SAN MATEO (03/17/2000) - Driven by the notion that "Processor megahertz get all the glory, but I/O bandwidth wins the game," the PCI-X Special Interest Group (SIG) has launched interoperability workshops in an effort to bridge the gap between increasing processor speeds and the less glamorous subject of server throughput.
A high-performance extension of the PCI local bus specification, PCI-X aims to deliver eight times the current I/O of standard PCI.
"PCI-X attacks the gap between ever-increasing processor speeds and server I/O," said Tom Bradicich, director of architecture and design at IBM's Netfinity server division, at the PCI-X Forum in San Jose, Calif., last week.
"The industry has matured enough to say, 'OK, the base architecture of the PC was laid out without a server in mind, and this is the weak link in the entire server area.' With PCI-X, [computer makers] are going to attack this."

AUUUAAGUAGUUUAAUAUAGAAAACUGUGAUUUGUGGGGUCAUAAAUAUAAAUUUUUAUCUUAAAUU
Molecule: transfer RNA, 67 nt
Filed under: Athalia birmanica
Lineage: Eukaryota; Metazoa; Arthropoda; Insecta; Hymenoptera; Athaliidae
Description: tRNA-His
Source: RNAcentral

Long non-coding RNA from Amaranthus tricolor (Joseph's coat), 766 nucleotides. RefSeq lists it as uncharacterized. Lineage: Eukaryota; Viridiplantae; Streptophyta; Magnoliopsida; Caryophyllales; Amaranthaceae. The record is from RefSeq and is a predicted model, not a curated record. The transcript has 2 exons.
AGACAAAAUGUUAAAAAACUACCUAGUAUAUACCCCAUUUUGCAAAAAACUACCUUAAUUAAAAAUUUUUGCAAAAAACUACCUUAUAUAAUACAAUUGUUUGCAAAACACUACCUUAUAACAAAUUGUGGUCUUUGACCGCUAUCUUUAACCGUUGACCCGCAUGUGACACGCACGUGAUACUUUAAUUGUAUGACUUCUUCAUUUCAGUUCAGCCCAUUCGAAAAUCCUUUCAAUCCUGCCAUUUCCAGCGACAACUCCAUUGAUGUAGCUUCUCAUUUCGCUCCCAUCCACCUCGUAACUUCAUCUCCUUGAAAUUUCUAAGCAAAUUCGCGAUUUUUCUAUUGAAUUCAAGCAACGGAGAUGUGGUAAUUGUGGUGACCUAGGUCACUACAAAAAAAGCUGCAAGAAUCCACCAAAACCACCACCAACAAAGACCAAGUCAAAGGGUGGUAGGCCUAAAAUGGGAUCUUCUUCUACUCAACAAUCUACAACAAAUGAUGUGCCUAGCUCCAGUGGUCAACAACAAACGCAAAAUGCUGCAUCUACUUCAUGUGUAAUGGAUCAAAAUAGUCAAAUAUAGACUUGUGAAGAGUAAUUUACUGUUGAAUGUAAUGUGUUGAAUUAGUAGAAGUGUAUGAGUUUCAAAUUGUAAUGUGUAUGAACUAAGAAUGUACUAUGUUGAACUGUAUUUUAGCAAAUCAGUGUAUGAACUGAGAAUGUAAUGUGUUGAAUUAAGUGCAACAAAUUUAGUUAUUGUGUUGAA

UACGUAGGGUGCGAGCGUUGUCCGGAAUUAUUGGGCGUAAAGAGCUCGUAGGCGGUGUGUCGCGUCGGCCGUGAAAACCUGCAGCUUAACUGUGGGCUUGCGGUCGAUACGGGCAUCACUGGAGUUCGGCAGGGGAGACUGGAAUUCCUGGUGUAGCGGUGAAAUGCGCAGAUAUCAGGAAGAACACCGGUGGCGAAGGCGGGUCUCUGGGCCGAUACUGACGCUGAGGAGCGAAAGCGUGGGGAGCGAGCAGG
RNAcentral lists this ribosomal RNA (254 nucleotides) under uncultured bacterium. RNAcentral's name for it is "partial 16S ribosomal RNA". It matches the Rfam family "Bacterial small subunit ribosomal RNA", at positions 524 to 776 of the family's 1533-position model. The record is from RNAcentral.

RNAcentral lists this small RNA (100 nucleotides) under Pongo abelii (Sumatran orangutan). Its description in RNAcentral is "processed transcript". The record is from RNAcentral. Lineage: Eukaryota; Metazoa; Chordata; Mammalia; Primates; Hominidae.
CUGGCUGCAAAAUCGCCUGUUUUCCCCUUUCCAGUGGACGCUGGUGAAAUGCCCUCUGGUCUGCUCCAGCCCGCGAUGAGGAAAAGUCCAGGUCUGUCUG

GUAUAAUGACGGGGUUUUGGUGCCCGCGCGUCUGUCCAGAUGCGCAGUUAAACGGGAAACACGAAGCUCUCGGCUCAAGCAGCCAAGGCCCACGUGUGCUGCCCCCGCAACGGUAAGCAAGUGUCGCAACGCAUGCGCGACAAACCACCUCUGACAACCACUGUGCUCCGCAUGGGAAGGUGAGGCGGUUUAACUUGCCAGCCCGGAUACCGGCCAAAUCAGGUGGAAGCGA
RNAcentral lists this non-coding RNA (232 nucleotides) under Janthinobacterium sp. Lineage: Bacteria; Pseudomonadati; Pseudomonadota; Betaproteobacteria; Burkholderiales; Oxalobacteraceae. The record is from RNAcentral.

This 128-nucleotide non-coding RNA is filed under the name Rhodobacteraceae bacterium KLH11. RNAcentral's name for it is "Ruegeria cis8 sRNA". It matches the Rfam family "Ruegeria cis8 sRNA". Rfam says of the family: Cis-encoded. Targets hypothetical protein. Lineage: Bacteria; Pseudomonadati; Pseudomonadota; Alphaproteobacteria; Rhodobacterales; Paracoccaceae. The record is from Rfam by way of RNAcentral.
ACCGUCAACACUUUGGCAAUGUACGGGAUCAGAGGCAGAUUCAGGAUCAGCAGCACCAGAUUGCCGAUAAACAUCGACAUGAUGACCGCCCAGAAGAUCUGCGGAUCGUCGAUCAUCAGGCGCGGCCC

PCI-X slots are backward-compatible to all 3.3-volt PCI cards, including 133MHz and 66MHz cards. Throughput delivered via this compatibility is equal to the lowest common speed of the card and PCI-X slot. Compaq and IBM plan to deliver PCI-X systems by the end of this year.
Bradicich said PCI-X, which has an I/O rate of 1GB per second, will "kick industry standard server technology up a notch" and provide immediate enterprise-level server performance until the arrival of InfiniBand, which offers a data throughput rate of 6GBps.
"It seems like the big hurdle was getting the previous I/O camps to meet together and agree on InfiniBand," explained Scott Hudson, an analyst at Cahners In-Stat Group, in Scottsdale, Ariz. "PCI-X looks like it will hold the industry over until InfiniBand, and will probably last beyond that."
InfiniBand, an I/O technology that combines all the best elements of switched fabric and system I/O, is expected in late 2001.
"PCI-X will be used for the I/O interconnects inside the actual server box," said Kenneth Jansen, director of server architecture and design at Compaq's industry standard server division. "When you go to the out-of-box experience, InfiniBand will arrive as the method of connecting the chassis."
The PCI-X SIG, in Portland, Ore., is at www.pcisig.com. IBM Corp., in Armonk, N.Y., is at www.ibm.com. Compaq Computer Corp., in Houston, is at www.compaq.com.
The PCI-X SIG's steering committee includes the following members.
* Phoenix Technologies
* Texas Instruments.